In his interview with McClatchy, he adhered to the moderate line: “If we succeed in toppling the regime, we will leave it to the Syrian people to choose the form of state they want,” he said. “As for coexistence with minorities, this has been the situation in Syria for hundreds of years. We are not seeking to impose our power on minorities or to practice oppression against them.”
Another aide said that Alloush, to improve his image, was ready to dispense with the black and white Islamic flag and adopt the Syrian flag used by other rebel forces.
Whatever comes of the shift in his public stance, Alloush doesn’t expect to receive any aid from the U.S. government.
“Frankly speaking, the current administration is a hindrance to the Syrian people,” he said. “It prevents it from getting its freedom.”
He charged the U.S. with maintaining a “double standard” – ousting Iraqi leader Saddam Hussein under the pretext that he had chemical weapons while not punishing Assad even after he’d used chemical weapons. He also said the U.S. had blocked a shipment of anti-aircraft weapons that had been due to come from Libya.
“We have been in contact with them many times,” he said, “but we have reached the conclusion that the current administration doesn’t care about the Syrian people. They see atrocities happening in Syria and do nothing. They don’t allow us to defend ourselves.”
In fact, he said the Army of Islam had been in direct touch with Daniel Rubinstein, the Obama administration’s special envoy for Syria, an assertion the State Department confirmed.
Alloush was especially bitter about the U.S. government sending him a message in February that asked him to halt rocket attacks on Damascus.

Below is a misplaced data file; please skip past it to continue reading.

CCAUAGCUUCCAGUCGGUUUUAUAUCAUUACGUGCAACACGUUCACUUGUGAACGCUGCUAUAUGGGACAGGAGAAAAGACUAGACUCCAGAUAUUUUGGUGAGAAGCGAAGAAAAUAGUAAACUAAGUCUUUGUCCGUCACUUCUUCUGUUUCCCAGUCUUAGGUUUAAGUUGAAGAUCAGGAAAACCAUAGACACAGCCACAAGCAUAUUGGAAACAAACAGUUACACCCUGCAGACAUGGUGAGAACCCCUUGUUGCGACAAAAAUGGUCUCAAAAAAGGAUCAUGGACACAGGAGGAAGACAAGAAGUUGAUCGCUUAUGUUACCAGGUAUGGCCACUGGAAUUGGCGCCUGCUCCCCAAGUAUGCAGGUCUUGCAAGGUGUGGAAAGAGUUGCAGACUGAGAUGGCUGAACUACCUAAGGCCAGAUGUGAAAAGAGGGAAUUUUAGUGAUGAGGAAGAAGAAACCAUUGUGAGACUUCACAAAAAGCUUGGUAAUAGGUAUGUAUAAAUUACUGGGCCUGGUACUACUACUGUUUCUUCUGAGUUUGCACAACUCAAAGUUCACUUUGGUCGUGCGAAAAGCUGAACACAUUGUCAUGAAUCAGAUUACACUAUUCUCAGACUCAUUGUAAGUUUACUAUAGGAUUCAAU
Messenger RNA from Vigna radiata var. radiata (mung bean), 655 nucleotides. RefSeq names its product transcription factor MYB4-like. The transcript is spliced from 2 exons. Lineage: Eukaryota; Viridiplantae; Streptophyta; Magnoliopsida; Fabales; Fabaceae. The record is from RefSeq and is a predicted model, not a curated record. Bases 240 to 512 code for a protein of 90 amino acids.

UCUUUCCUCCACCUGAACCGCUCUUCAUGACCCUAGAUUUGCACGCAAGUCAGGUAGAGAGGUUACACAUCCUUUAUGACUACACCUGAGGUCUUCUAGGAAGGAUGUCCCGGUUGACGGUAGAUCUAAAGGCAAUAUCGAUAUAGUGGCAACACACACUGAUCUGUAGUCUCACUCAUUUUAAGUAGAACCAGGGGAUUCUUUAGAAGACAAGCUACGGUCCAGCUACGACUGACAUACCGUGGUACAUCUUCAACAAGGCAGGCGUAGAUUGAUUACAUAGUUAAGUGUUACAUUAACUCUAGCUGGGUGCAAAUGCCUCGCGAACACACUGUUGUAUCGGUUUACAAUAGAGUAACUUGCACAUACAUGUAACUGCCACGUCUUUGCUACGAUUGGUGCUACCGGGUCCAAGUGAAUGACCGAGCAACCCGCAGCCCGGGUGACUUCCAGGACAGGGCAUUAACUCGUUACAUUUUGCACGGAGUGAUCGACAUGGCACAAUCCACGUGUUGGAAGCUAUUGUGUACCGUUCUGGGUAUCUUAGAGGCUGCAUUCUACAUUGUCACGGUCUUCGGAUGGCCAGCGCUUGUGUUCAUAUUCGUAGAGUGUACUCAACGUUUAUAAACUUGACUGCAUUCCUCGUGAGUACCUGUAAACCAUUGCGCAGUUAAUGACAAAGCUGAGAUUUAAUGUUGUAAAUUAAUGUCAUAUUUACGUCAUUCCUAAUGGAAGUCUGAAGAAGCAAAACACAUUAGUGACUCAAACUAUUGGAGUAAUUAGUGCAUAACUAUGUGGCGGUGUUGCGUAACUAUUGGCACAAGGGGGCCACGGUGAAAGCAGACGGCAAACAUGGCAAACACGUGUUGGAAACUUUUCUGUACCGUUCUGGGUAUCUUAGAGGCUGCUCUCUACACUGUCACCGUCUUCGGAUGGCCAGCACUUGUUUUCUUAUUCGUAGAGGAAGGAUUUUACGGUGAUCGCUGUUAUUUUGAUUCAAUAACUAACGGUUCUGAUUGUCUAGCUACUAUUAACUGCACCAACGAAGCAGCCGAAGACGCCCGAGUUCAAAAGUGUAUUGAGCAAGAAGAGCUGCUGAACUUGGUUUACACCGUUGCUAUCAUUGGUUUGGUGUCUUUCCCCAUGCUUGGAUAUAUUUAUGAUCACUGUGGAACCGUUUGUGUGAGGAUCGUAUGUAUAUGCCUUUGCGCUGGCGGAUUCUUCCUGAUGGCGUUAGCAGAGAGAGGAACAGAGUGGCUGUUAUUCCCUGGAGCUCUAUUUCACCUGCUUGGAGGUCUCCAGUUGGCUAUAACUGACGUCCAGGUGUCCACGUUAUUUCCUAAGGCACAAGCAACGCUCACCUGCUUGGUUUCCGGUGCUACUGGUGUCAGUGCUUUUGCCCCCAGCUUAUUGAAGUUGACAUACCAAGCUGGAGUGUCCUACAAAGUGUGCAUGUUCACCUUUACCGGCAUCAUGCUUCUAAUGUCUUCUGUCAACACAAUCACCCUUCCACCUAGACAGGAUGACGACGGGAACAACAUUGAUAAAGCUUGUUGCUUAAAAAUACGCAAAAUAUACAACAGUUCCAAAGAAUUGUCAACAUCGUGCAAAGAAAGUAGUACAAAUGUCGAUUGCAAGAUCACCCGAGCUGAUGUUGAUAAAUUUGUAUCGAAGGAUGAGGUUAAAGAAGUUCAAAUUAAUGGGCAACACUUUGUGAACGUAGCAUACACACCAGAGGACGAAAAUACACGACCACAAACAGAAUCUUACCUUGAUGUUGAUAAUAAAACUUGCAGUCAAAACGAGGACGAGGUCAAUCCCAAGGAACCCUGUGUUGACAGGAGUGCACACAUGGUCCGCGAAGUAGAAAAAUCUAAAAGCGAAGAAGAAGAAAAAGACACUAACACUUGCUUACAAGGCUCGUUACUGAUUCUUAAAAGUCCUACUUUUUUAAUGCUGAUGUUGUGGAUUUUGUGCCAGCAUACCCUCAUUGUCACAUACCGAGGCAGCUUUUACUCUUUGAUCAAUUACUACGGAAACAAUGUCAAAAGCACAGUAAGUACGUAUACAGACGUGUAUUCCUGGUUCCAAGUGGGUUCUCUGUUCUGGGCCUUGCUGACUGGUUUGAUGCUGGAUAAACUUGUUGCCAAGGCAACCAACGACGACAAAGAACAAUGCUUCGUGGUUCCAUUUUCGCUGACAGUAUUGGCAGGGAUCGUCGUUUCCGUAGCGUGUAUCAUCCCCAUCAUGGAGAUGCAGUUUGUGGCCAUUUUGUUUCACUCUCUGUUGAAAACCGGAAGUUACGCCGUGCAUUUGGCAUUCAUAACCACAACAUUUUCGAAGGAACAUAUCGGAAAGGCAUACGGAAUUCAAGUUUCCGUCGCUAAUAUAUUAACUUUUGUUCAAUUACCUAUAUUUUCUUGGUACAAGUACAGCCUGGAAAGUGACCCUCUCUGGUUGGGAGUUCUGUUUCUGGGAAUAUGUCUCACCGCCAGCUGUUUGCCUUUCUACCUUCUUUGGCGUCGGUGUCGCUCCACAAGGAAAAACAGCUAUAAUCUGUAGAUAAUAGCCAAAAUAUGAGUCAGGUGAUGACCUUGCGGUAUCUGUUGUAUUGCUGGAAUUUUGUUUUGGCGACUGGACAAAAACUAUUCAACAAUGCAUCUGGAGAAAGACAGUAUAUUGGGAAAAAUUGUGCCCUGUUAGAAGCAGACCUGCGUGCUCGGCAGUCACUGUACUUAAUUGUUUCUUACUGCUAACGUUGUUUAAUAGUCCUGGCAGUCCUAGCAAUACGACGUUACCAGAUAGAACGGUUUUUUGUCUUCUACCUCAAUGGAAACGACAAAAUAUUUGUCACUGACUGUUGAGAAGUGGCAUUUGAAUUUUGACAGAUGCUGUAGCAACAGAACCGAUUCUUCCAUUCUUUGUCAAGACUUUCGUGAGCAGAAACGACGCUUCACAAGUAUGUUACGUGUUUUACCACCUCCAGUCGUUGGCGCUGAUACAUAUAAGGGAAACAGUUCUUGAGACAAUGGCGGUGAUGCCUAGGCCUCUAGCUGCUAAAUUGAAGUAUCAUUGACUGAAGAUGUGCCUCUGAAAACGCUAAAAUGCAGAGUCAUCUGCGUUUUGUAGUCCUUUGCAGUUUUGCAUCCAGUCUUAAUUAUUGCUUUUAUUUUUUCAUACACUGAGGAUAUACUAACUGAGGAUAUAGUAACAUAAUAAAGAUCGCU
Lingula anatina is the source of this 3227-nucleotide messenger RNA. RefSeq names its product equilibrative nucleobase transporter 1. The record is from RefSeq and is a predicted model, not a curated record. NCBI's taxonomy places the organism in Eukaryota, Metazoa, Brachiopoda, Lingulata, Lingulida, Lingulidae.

The government had bombed the main square in the town of Hamouria after Friday prayers Jan. 23. Alloush said 50 civilians had been killed on the spot and another 33 later died of wounds. He’d responded by attacking security installations in the capital, after tweeting a warning to the population to stay indoors.
The regime retaliated with another bombing of civilians in the most crowded suburbs of the city of Douma, killing more than 100, he said. Alloush then announced that the Army of Islam would target regime bases throughout Damascus.
That’s when he got the “strange” message from the Obama administration to stop bombing security installations in the capital, he said. “In fact, we had no choice,” Alloush said. “We are not bombing civilians. We are focusing on the bases that bomb us.”
Alloush complained that the U.S. government didn’t even condemn the string of government atrocities.
The State Department had been prepared to denounce the Hamouria bombing Jan. 23 along with one in Hasaka province as “appalling” but no reporter raised the question, a department official said. He spoke only on the condition of anonymity because he wasn’t authorized to discuss the issue.